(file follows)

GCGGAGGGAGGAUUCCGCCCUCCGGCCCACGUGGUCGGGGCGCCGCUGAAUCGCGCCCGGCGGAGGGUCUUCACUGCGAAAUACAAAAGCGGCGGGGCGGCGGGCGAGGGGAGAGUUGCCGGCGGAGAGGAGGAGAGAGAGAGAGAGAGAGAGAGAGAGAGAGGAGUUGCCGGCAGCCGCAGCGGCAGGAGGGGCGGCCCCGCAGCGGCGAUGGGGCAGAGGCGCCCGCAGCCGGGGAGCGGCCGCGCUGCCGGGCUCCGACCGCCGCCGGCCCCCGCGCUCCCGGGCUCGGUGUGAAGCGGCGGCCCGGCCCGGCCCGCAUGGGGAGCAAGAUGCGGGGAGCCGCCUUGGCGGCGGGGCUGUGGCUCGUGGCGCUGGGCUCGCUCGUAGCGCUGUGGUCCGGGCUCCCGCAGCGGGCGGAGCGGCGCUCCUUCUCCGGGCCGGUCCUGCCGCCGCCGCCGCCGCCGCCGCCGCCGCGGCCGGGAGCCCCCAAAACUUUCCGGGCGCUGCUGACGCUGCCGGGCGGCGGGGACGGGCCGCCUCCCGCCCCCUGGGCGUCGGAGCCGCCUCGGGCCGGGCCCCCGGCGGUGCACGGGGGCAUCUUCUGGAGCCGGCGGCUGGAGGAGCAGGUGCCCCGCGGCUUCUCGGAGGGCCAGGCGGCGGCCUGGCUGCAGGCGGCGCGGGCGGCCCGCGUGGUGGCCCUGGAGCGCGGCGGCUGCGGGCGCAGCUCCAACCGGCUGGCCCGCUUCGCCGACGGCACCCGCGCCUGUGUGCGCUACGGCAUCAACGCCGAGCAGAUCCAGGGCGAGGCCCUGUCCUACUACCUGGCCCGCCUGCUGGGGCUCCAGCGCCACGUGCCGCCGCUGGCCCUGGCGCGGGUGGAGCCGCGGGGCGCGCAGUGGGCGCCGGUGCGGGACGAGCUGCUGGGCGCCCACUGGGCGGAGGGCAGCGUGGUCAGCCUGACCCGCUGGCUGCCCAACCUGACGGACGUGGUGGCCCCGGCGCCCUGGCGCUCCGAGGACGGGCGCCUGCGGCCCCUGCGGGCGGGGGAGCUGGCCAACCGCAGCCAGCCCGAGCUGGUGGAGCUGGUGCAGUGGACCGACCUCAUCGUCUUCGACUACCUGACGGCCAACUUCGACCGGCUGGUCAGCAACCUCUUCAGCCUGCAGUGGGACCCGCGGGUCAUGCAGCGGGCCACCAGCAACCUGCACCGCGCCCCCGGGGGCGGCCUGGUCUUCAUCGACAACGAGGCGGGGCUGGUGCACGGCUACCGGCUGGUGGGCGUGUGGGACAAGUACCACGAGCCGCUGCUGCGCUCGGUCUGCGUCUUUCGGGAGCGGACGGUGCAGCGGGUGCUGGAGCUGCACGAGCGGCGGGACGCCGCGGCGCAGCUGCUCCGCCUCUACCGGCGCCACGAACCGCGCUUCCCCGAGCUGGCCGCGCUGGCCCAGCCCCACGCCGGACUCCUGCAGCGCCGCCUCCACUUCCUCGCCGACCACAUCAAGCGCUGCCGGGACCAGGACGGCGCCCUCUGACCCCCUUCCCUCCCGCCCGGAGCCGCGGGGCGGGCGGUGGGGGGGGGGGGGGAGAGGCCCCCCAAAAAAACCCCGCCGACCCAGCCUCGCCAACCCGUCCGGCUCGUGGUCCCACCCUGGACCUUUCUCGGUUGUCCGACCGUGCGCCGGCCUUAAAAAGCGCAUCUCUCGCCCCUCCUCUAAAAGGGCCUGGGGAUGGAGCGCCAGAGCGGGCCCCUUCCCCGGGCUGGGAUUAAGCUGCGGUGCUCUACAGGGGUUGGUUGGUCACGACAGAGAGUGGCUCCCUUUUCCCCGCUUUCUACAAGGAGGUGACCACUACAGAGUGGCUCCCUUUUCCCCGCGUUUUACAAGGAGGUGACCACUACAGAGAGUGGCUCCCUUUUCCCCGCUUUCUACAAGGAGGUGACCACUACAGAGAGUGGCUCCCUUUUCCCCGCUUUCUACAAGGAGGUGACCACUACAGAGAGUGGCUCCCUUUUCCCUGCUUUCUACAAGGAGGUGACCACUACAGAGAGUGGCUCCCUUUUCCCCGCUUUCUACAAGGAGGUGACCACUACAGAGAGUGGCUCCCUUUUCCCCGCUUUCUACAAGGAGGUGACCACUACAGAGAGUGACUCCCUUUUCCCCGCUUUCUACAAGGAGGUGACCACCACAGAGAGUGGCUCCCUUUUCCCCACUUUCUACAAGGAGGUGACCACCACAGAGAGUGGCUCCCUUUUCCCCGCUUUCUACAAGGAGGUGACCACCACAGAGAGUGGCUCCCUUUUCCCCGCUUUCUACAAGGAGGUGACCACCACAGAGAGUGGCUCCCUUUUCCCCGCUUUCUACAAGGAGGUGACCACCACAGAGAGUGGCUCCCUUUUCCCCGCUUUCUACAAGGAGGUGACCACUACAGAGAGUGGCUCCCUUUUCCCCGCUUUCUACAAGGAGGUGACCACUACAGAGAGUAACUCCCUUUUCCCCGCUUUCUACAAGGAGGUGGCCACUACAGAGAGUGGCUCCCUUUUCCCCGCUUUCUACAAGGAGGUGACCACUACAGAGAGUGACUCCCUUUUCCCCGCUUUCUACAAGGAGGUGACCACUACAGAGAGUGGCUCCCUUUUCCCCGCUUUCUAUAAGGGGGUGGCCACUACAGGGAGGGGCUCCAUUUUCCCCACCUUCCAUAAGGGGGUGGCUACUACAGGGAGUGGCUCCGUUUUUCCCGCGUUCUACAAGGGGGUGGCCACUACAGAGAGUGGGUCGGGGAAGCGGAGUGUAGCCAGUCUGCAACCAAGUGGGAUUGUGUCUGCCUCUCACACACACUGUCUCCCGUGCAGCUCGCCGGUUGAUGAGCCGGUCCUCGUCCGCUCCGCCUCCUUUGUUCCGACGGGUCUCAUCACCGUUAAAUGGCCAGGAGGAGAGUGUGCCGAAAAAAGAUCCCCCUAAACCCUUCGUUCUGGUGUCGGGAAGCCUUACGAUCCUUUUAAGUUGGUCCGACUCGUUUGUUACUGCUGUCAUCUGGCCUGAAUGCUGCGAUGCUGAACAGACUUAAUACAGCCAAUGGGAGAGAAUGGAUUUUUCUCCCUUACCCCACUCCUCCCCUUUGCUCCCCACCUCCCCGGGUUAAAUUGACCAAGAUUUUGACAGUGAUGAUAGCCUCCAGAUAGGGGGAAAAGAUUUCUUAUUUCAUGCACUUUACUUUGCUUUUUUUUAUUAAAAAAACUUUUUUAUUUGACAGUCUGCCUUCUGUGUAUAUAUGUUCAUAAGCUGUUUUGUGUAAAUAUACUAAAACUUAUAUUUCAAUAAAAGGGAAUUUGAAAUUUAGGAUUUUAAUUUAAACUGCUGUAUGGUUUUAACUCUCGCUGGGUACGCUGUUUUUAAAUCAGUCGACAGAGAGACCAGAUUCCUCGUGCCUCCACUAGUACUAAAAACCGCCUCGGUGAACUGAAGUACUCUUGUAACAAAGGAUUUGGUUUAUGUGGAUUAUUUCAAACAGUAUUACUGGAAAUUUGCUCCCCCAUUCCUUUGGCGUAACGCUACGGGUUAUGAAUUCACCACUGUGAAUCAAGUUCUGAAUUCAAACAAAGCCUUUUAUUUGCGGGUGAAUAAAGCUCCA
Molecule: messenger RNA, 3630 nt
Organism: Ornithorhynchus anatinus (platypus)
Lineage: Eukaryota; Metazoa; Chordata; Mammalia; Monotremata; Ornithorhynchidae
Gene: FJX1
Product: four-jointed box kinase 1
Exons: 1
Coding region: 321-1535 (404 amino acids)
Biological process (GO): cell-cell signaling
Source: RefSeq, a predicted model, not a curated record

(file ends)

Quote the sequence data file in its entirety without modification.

GCGGAGGGAGGAUUCCGCCCUCCGGCCCACGUGGUCGGGGCGCCGCUGAAUCGCGCCCGGCGGAGGGUCUUCACUGCGAAAUACAAAAGCGGCGGGGCGGCGGGCGAGGGGAGAGUUGCCGGCGGAGAGGAGGAGAGAGAGAGAGAGAGAGAGAGAGAGAGAGGAGUUGCCGGCAGCCGCAGCGGCAGGAGGGGCGGCCCCGCAGCGGCGAUGGGGCAGAGGCGCCCGCAGCCGGGGAGCGGCCGCGCUGCCGGGCUCCGACCGCCGCCGGCCCCCGCGCUCCCGGGCUCGGUGUGAAGCGGCGGCCCGGCCCGGCCCGCAUGGGGAGCAAGAUGCGGGGAGCCGCCUUGGCGGCGGGGCUGUGGCUCGUGGCGCUGGGCUCGCUCGUAGCGCUGUGGUCCGGGCUCCCGCAGCGGGCGGAGCGGCGCUCCUUCUCCGGGCCGGUCCUGCCGCCGCCGCCGCCGCCGCCGCCGCCGCGGCCGGGAGCCCCCAAAACUUUCCGGGCGCUGCUGACGCUGCCGGGCGGCGGGGACGGGCCGCCUCCCGCCCCCUGGGCGUCGGAGCCGCCUCGGGCCGGGCCCCCGGCGGUGCACGGGGGCAUCUUCUGGAGCCGGCGGCUGGAGGAGCAGGUGCCCCGCGGCUUCUCGGAGGGCCAGGCGGCGGCCUGGCUGCAGGCGGCGCGGGCGGCCCGCGUGGUGGCCCUGGAGCGCGGCGGCUGCGGGCGCAGCUCCAACCGGCUGGCCCGCUUCGCCGACGGCACCCGCGCCUGUGUGCGCUACGGCAUCAACGCCGAGCAGAUCCAGGGCGAGGCCCUGUCCUACUACCUGGCCCGCCUGCUGGGGCUCCAGCGCCACGUGCCGCCGCUGGCCCUGGCGCGGGUGGAGCCGCGGGGCGCGCAGUGGGCGCCGGUGCGGGACGAGCUGCUGGGCGCCCACUGGGCGGAGGGCAGCGUGGUCAGCCUGACCCGCUGGCUGCCCAACCUGACGGACGUGGUGGCCCCGGCGCCCUGGCGCUCCGAGGACGGGCGCCUGCGGCCCCUGCGGGCGGGGGAGCUGGCCAACCGCAGCCAGCCCGAGCUGGUGGAGCUGGUGCAGUGGACCGACCUCAUCGUCUUCGACUACCUGACGGCCAACUUCGACCGGCUGGUCAGCAACCUCUUCAGCCUGCAGUGGGACCCGCGGGUCAUGCAGCGGGCCACCAGCAACCUGCACCGCGCCCCCGGGGGCGGCCUGGUCUUCAUCGACAACGAGGCGGGGCUGGUGCACGGCUACCGGCUGGUGGGCGUGUGGGACAAGUACCACGAGCCGCUGCUGCGCUCGGUCUGCGUCUUUCGGGAGCGGACGGUGCAGCGGGUGCUGGAGCUGCACGAGCGGCGGGACGCCGCGGCGCAGCUGCUCCGCCUCUACCGGCGCCACGAACCGCGCUUCCCCGAGCUGGCCGCGCUGGCCCAGCCCCACGCCGGACUCCUGCAGCGCCGCCUCCACUUCCUCGCCGACCACAUCAAGCGCUGCCGGGACCAGGACGGCGCCCUCUGACCCCCUUCCCUCCCGCCCGGAGCCGCGGGGCGGGCGGUGGGGGGGGGGGGGGAGAGGCCCCCCAAAAAAACCCCGCCGACCCAGCCUCGCCAACCCGUCCGGCUCGUGGUCCCACCCUGGACCUUUCUCGGUUGUCCGACCGUGCGCCGGCCUUAAAAAGCGCAUCUCUCGCCCCUCCUCUAAAAGGGCCUGGGGAUGGAGCGCCAGAGCGGGCCCCUUCCCCGGGCUGGGAUUAAGCUGCGGUGCUCUACAGGGGUUGGUUGGUCACGACAGAGAGUGGCUCCCUUUUCCCCGCUUUCUACAAGGAGGUGACCACUACAGAGUGGCUCCCUUUUCCCCGCGUUUUACAAGGAGGUGACCACUACAGAGAGUGGCUCCCUUUUCCCCGCUUUCUACAAGGAGGUGACCACUACAGAGAGUGGCUCCCUUUUCCCCGCUUUCUACAAGGAGGUGACCACUACAGAGAGUGGCUCCCUUUUCCCUGCUUUCUACAAGGAGGUGACCACUACAGAGAGUGGCUCCCUUUUCCCCGCUUUCUACAAGGAGGUGACCACUACAGAGAGUGGCUCCCUUUUCCCCGCUUUCUACAAGGAGGUGACCACUACAGAGAGUGACUCCCUUUUCCCCGCUUUCUACAAGGAGGUGACCACCACAGAGAGUGGCUCCCUUUUCCCCACUUUCUACAAGGAGGUGACCACCACAGAGAGUGGCUCCCUUUUCCCCGCUUUCUACAAGGAGGUGACCACCACAGAGAGUGGCUCCCUUUUCCCCGCUUUCUACAAGGAGGUGACCACCACAGAGAGUGGCUCCCUUUUCCCCGCUUUCUACAAGGAGGUGACCACCACAGAGAGUGGCUCCCUUUUCCCCGCUUUCUACAAGGAGGUGACCACUACAGAGAGUGGCUCCCUUUUCCCCGCUUUCUACAAGGAGGUGACCACUACAGAGAGUAACUCCCUUUUCCCCGCUUUCUACAAGGAGGUGGCCACUACAGAGAGUGGCUCCCUUUUCCCCGCUUUCUACAAGGAGGUGACCACUACAGAGAGUGACUCCCUUUUCCCCGCUUUCUACAAGGAGGUGACCACUACAGAGAGUGGCUCCCUUUUCCCCGCUUUCUAUAAGGGGGUGGCCACUACAGGGAGGGGCUCCAUUUUCCCCACCUUCCAUAAGGGGGUGGCUACUACAGGGAGUGGCUCCGUUUUUCCCGCGUUCUACAAGGGGGUGGCCACUACAGAGAGUGGGUCGGGGAAGCGGAGUGUAGCCAGUCUGCAACCAAGUGGGAUUGUGUCUGCCUCUCACACACACUGUCUCCCGUGCAGCUCGCCGGUUGAUGAGCCGGUCCUCGUCCGCUCCGCCUCCUUUGUUCCGACGGGUCUCAUCACCGUUAAAUGGCCAGGAGGAGAGUGUGCCGAAAAAAGAUCCCCCUAAACCCUUCGUUCUGGUGUCGGGAAGCCUUACGAUCCUUUUAAGUUGGUCCGACUCGUUUGUUACUGCUGUCAUCUGGCCUGAAUGCUGCGAUGCUGAACAGACUUAAUACAGCCAAUGGGAGAGAAUGGAUUUUUCUCCCUUACCCCACUCCUCCCCUUUGCUCCCCACCUCCCCGGGUUAAAUUGACCAAGAUUUUGACAGUGAUGAUAGCCUCCAGAUAGGGGGAAAAGAUUUCUUAUUUCAUGCACUUUACUUUGCUUUUUUUUAUUAAAAAAACUUUUUUAUUUGACAGUCUGCCUUCUGUGUAUAUAUGUUCAUAAGCUGUUUUGUGUAAAUAUACUAAAACUUAUAUUUCAAUAAAAGGGAAUUUGAAAUUUAGGAUUUUAAUUUAAACUGCUGUAUGGUUUUAACUCUCGCUGGGUACGCUGUUUUUAAAUCAGUCGACAGAGAGACCAGAUUCCUCGUGCCUCCACUAGUACUAAAAACCGCCUCGGUGAACUGAAGUACUCUUGUAACAAAGGAUUUGGUUUAUGUGGAUUAUUUCAAACAGUAUUACUGGAAAUUUGCUCCCCCAUUCCUUUGGCGUAACGCUACGGGUUAUGAAUUCACCACUGUGAAUCAAGUUCUGAAUUCAAACAAAGCCUUUUAUUUGCGGGUGAAUAAAGCUCCA
Molecule: messenger RNA, 3630 nt
Organism: Ornithorhynchus anatinus (platypus)
Lineage: Eukaryota; Metazoa; Chordata; Mammalia; Monotremata; Ornithorhynchidae
Gene: FJX1
Product: four-jointed box kinase 1
Exons: 1
Coding region: 321-1535 (404 amino acids)
Biological process (GO): cell-cell signaling
Source: RefSeq, a predicted model, not a curated record